Supplier may have contributed to "sophisticated-user's" negligence

June 1, 2004
When Lawrence Gray worked at Smith Foundry from 1951 to 1998, he was exposed to dust from silica sand used for casting. After developing silicosis, he filed a lawsuit against companies that manufactured and sold sand to his employer, charging them with fa

When Lawrence Gray worked at Smith Foundry from 1951 to 1998, he was exposed to dust from silica sand used for casting. After developing silicosis, he filed a lawsuit against companies that manufactured and sold sand to his employer, charging them with failing to warn of the dangers of inhaling silica. One of these companies was Badger Mining Corp.

Badger argued it had no duty to warn of the dangers of inhaling silica, because Gray's employer was a "sophisticated user" of silica sand and was in the best position to warn and protect its employees.

The Minnesota trial court ruled for Gray. Badger appealed to the state Court of Appeals, which ruled the sophisticated-user doctrine relieved Badger of a duty to warn Gray. According to the appellate court, Smith Foundry knew, or should have known, of the dangers of inhaling silica and was in a reasonable position to warn and protect its employees.

Gray appealed to the Minnesota Supreme Court, which reversed the Court of Appeals and reinstated his lawsuit. Gray alleged that Badger knew the conventional, disposable respirators that Smith Foundry provided its employees were ineffective to protect workers from inhaling tiny silica particles, but did not inform Smith that it should use high-efficiency respirators. Based on this, the court concluded that Grey was entitled to a jury trial to determine whether Badger's warnings to Smith Foundry were adequate, and whether the company had violated any duty it owed to Gray.

Gray v. Badger Mining Corp., 676 N.W.2d 268 (Sup.Ct.Minn. 2004), Supreme Court of Minnesota, Mar. 18, 2004.

Manufacturer not liable for modification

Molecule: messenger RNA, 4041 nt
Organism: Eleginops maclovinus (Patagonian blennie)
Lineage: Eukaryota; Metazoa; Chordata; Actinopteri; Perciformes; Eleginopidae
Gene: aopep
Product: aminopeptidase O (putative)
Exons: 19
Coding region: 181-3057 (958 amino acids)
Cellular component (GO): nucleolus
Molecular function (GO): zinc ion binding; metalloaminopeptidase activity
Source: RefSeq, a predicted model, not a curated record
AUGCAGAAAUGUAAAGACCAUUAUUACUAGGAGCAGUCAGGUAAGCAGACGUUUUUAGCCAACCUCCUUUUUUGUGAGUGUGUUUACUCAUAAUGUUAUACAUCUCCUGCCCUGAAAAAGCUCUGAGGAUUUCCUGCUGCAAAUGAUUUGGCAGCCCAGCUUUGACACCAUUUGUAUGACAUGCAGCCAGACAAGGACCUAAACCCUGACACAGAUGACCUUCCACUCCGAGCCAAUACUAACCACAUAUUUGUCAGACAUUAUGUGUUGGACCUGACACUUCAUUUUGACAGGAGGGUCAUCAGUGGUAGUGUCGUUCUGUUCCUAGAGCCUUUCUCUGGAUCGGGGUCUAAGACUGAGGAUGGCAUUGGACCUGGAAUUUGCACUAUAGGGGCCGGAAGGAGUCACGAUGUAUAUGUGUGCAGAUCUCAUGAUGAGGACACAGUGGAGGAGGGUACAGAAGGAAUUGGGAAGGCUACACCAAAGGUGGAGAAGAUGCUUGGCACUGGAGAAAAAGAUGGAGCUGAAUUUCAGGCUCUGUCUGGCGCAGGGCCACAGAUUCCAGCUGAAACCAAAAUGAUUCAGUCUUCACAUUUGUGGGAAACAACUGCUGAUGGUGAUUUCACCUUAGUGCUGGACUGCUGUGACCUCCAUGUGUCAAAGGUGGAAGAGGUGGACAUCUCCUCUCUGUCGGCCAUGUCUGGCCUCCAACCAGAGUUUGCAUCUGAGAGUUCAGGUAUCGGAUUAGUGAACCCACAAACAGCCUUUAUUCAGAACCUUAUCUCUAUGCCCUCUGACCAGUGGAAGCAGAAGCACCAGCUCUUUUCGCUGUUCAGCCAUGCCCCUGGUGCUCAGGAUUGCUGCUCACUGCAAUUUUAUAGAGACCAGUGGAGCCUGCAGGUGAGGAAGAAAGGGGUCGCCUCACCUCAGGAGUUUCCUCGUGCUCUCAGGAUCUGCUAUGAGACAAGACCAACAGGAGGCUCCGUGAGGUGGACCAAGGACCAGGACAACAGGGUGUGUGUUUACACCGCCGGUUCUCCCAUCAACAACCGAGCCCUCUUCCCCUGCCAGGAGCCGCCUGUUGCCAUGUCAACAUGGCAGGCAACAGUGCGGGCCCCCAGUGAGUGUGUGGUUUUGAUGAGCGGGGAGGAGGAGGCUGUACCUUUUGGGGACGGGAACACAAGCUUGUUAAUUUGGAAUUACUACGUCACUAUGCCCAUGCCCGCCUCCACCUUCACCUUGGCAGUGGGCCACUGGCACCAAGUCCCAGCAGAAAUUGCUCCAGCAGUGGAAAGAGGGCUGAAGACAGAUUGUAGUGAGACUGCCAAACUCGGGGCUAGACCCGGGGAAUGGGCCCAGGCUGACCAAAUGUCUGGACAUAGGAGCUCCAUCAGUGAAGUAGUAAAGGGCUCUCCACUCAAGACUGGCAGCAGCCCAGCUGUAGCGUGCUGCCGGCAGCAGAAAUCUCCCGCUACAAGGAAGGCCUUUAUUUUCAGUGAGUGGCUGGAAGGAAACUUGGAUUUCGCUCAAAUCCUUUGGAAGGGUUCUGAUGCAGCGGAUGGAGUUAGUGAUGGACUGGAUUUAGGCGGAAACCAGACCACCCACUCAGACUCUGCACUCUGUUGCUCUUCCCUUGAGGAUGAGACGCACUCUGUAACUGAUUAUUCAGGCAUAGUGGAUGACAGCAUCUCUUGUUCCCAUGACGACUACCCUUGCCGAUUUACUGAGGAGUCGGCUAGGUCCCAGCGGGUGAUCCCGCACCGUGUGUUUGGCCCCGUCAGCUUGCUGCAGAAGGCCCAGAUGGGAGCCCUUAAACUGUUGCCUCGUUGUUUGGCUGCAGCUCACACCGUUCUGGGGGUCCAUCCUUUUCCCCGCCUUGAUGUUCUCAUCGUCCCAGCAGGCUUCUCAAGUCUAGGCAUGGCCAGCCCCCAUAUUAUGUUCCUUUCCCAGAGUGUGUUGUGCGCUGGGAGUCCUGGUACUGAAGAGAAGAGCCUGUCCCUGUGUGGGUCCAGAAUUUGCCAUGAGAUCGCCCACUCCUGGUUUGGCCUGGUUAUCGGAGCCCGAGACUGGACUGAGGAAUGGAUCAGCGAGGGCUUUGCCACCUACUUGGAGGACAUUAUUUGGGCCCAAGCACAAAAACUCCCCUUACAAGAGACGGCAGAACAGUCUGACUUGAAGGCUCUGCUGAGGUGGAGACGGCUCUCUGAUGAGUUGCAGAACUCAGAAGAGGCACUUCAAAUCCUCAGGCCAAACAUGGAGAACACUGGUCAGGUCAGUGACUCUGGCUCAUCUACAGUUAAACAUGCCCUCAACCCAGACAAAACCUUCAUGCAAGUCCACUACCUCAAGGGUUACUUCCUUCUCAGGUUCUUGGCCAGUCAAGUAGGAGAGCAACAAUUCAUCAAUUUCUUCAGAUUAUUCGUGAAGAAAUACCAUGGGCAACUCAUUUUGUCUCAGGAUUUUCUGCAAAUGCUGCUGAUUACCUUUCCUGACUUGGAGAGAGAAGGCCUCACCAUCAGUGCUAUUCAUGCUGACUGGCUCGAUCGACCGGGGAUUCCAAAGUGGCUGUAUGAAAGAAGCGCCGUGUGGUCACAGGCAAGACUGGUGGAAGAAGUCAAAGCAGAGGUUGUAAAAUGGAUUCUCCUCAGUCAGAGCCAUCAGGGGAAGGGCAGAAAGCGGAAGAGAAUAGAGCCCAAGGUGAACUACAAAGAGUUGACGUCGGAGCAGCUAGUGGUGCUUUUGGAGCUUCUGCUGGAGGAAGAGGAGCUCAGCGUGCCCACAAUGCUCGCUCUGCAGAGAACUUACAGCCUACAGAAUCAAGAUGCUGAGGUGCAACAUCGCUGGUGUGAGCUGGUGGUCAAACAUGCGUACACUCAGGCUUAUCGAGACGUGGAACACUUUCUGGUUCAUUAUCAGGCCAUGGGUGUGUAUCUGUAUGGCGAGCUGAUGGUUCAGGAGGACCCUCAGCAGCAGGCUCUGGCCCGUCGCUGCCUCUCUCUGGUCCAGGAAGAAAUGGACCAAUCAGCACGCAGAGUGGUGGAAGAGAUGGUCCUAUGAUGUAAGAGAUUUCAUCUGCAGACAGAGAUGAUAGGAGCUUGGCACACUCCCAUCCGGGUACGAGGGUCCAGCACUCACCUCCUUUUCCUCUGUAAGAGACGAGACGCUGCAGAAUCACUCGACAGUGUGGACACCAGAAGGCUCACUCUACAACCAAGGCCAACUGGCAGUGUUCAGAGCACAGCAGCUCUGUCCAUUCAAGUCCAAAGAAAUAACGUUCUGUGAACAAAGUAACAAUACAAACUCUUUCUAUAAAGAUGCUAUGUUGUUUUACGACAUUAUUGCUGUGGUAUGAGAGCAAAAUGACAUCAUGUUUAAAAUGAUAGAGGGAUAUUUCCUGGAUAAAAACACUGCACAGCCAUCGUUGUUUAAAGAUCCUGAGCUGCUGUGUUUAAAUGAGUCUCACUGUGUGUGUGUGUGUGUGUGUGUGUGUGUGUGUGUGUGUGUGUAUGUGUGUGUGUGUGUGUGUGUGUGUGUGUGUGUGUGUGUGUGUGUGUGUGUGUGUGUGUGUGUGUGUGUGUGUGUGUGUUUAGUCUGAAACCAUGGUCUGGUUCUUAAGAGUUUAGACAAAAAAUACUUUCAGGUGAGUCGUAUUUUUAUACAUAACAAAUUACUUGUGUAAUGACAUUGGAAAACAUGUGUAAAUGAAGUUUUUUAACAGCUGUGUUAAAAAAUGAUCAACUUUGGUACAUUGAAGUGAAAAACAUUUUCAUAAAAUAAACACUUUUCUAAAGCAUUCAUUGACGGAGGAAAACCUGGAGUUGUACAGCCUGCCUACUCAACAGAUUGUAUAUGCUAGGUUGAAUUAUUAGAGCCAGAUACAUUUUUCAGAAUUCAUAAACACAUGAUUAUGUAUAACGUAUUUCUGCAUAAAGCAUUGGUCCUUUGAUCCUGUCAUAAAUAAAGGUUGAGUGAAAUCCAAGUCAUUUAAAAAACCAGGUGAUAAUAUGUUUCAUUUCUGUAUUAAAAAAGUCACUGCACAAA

On May 27, 1998, while working at a construction site in Clinton, Iowa, Marc Seibel was using an elevated platform, called a scissors lift, to remove a sign from in front of a building. Someone inadvertently activated the lift's controls, but because the emergency-stop button, or kill switch, had been removed several months earlier, the lift could not be deactivated.

The lift fell over and Seibel was seriously injured. He sued the manufacturer of the lift, JLG Industries Inc., asserting the lift was unreasonably dangerous and defective, and the company had been negligent in designing and manufacturing it. The federal trial court granted judgment for JLG before trial, arguing Seibel had no claim against the manufacturer because the lift had been substantially altered after it left JLG.

Seibel appealed to the U.S. Court of Appeals for the Eighth Circuit, and lost again. That court concluded Seibel had not made his case against JLG over its design and manufacture of the lift because he failed to show that the lift reached Seibel in substantially the same condition as it was when it was made.

Seibel v. JLG Industries Inc., 362 F.2d 480 (8th Cir. 2004), U.S. Court of Appeals, Eighth Circuit, Apr. 1, 2004.

Medical problems not result of previous accident

On Jan. 27, 2000, Harold Rudolph — a welder for Spudnik Equipment, an Idaho company — strained his left shoulder and arm while lifting a conveyor piece from a jig. He saw a surgeon, Dr. Lee, who diagnosed a diffuse muscle strain to the left upper extremity and restricted Rudolph to light duty for two weeks. On March 1, 2000, Rudolph returned to the doctor who continued the work restrictions for two more weeks.

Sometime later in March, Rudolph returned to mild duty. When Rudolph saw Dr. Lee again in April 2000, the doctor noted steady improvement and said Rudolph's pain had settled into his left elbow, which he diagnosed as "tennis elbow" although unrelated to tennis. Rudolph returned to his regular work in May 2000 with no restrictions. In September 2000 Dr. Lee wrote a final note in Rudolph's chart stating he was back to his normal welding job and his tennis elbow was controlled through medication and an elbow sleeve. Spudnik's workers'-compensation insurer paid the cost of Rudolph's medical treatments.

In October 2000, Rudolph left Spudnik and took a job in Boise, Idaho, and then moved to Clovis, Calif. In March 2001, Rudolph complained of shoulder pain to a doctor in California. Rudolph then saw an orthopedist who diagnosed tendonitis, arthritis, and other problems and recommended surgery on Rudolph's left shoulder and elbow.

Rudolph said his continuing problems were related to his January 2000 injury at Spudnik and sought to have the cost of the surgeries covered by Spudnik's workers'comp insurer. The insurer's doctors reviewed Rudolph's file and concluded his current complaints were not related to his old injury, but were due to age, arthritis, and current activities.

The insurer refused to pay for the surgeries and further treatment. The Idaho Industrial Commission sided with the insurer, deciding Rudolph did not meet the burden of proving that his current complaints and recommended surgeries were related to his accident at Spudnik.

Rudolph appealed to the Idaho Supreme Court, which said, although there was some evidence supporting Rudolph's claims, the Industrial Commission's findings against him were supported by substantial and competent evidence and had to be upheld.

Rudolph v. Spudnik Equipment, 86 P.3d 490 (Sup.Ct. Idaho 2004), Supreme Court of Idaho, Feb. 2, 2004.

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